Stocks to watch as Treasury considers scrapping bankers’ bonus cap

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Stocks to watch as Treasury considers scrapping bankers’ bonus cap

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 Stocks to watch as Treasury considers scrapping bankers’ bonus cap
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Highlights

  • The Treasury is contemplating doing away with the cap on bankers' bonuses under a post-Brexit overhaul of City rules.
  • It has been quite some time since City bosses have complained about the bonus rules.
  • Those against the move have contended that uncapped bonuses may lead to the sort of unwarranted risk taking that set off the global financial crisis of 2008.

As part of a post-Brexit overhaul of City rules, the Treasury is contemplating doing away with the cap on bankers' bonuses. Reportedly, a final decision regarding the same hasn't been made yet. However, sources claim that Chancellor of the Exchequer, Kwasi Kwarteng, believed that scrapping off the cap would turn London into a more appealing site for international banks to conduct business.

It has been quite some time since City bosses have complained about the bonus rules across the EU, restricting bonuses to twice the salary of an employee. They believed that this leads to higher base pay, lifting the fixed costs faced by banks. Adding to it, they claimed that those costs couldn't be adjusted in line with the firm's financial performance, thus turning the UK into a less appealing destination than the US or Asia.

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Those against the move have contended that uncapped bonuses may lead to the sort of unwarranted risk taking that set off the global financial crisis of 2008. However, many claims that other new rules would be able to hold senior managers responsible for any wrongdoings. Scrapping the cap during these rough times when households are dealing with a living crisis would certainly incite anger among them.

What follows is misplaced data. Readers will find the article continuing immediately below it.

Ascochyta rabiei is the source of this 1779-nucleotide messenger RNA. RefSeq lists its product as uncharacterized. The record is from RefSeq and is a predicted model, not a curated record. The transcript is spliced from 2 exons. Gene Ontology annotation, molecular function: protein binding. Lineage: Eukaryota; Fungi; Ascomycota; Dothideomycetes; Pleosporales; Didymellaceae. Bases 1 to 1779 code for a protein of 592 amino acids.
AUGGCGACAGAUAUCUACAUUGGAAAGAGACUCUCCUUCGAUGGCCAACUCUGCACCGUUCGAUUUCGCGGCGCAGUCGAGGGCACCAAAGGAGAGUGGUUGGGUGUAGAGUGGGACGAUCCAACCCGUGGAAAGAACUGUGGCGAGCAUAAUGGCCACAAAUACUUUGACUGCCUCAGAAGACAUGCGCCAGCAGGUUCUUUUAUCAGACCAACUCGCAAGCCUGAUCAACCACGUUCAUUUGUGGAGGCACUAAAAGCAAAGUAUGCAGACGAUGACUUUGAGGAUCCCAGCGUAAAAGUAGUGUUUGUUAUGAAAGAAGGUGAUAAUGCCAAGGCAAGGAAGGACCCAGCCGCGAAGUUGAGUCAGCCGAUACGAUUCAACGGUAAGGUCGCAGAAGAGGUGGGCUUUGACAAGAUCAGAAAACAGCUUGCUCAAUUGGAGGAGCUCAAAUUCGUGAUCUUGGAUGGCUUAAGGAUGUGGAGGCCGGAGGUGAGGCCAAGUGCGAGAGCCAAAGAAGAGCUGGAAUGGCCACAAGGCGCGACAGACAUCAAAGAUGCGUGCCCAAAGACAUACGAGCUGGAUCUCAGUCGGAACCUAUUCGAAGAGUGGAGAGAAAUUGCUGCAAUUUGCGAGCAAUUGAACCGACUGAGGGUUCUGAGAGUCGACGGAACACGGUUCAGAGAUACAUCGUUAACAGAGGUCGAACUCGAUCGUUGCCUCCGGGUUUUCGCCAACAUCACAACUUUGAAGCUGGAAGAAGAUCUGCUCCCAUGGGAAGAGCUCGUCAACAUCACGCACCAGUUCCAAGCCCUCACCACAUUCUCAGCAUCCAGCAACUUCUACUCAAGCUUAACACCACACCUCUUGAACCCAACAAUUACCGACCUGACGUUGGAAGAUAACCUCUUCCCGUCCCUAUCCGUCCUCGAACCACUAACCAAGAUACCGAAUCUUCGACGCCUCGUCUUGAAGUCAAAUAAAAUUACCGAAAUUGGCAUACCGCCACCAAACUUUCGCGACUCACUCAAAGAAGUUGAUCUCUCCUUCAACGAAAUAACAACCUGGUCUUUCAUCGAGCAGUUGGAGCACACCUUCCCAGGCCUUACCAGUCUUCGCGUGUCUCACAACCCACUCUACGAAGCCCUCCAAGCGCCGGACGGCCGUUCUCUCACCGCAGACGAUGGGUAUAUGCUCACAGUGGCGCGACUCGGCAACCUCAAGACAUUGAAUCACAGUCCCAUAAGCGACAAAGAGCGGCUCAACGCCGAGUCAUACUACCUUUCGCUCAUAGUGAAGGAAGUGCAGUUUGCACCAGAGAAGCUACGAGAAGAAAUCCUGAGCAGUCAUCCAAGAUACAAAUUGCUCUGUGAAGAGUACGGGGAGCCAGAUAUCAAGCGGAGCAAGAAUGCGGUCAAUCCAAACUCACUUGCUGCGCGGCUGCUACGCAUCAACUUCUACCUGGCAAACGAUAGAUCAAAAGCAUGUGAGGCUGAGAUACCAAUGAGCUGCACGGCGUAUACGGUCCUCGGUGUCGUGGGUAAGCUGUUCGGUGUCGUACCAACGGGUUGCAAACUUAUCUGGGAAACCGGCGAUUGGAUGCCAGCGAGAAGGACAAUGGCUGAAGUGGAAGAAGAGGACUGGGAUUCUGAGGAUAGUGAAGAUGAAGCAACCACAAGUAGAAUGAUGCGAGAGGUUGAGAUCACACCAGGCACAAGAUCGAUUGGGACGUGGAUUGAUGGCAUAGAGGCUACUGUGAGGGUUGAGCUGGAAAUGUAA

However, the government is parallelly considering other initiatives, too, such as easing the rules restricting the amount that insurance and pension funds can invest in assets that are more difficult to sell at short notice. An example of the same would be long-term infrastructure projects. As the new rules come into place, investors may evaluate the performance of some of the biggest UK banking groups. 

HSBC Holdings plc (LON: HSBA)

The market cap of the FTSE 100-listed bank, HSBC Holdings plc, stands at £103,614.15m as of 15 September. The bank's dividend yield offering on an annual basis stands at 4.6%, and it has its P/E ratio holding at 8.83. HSBA shares tumbled by 1.21% and traded at GBX 523.20 at 11:11 AM (GMT+1) on Thursday. The bank's annual and YTD (year-to-date) returns stand at 40.39% and 16.68% as of 15 September, respectively. It has an EPS (earning per share) of 0.62. 

NatWest Group plc (LON: NWG)

The market cap of the FTSE 100-listed bank, NatWest Group plc, stands at £26,060.69m as of 15 September. The bank's dividend yield offering on an annual basis stands at 4.4%, and it has its P/E ratio holding at 10.15. NWG shares surged by 1.22% and traded at GBX 273.00 at 11:15 AM (GMT+1) on Thursday. The bank's returns on an annual and YTD basis stand at 20.01% and 12.28% as of 15 September, respectively. It has an EPS of 0.25. 

Lloyds Banking Group plc (LON: LLOY)

The market cap of the FTSE 100-listed bank, Lloyds Banking Group plc, stands at £31,445.13m as of 15 September. The bank's dividend yield offering on an annual basis stands at 4.6%, and it has its P/E ratio holding at 7.65. LLOY shares rallied by 1.80% and traded at GBX 47.30 at 11:16 AM (GMT+1) on Thursday. The bank's returns on an annual and YTD basis stand at 8.34% and -1.13% as of 15 September, respectively. It has an EPS of 0.08.

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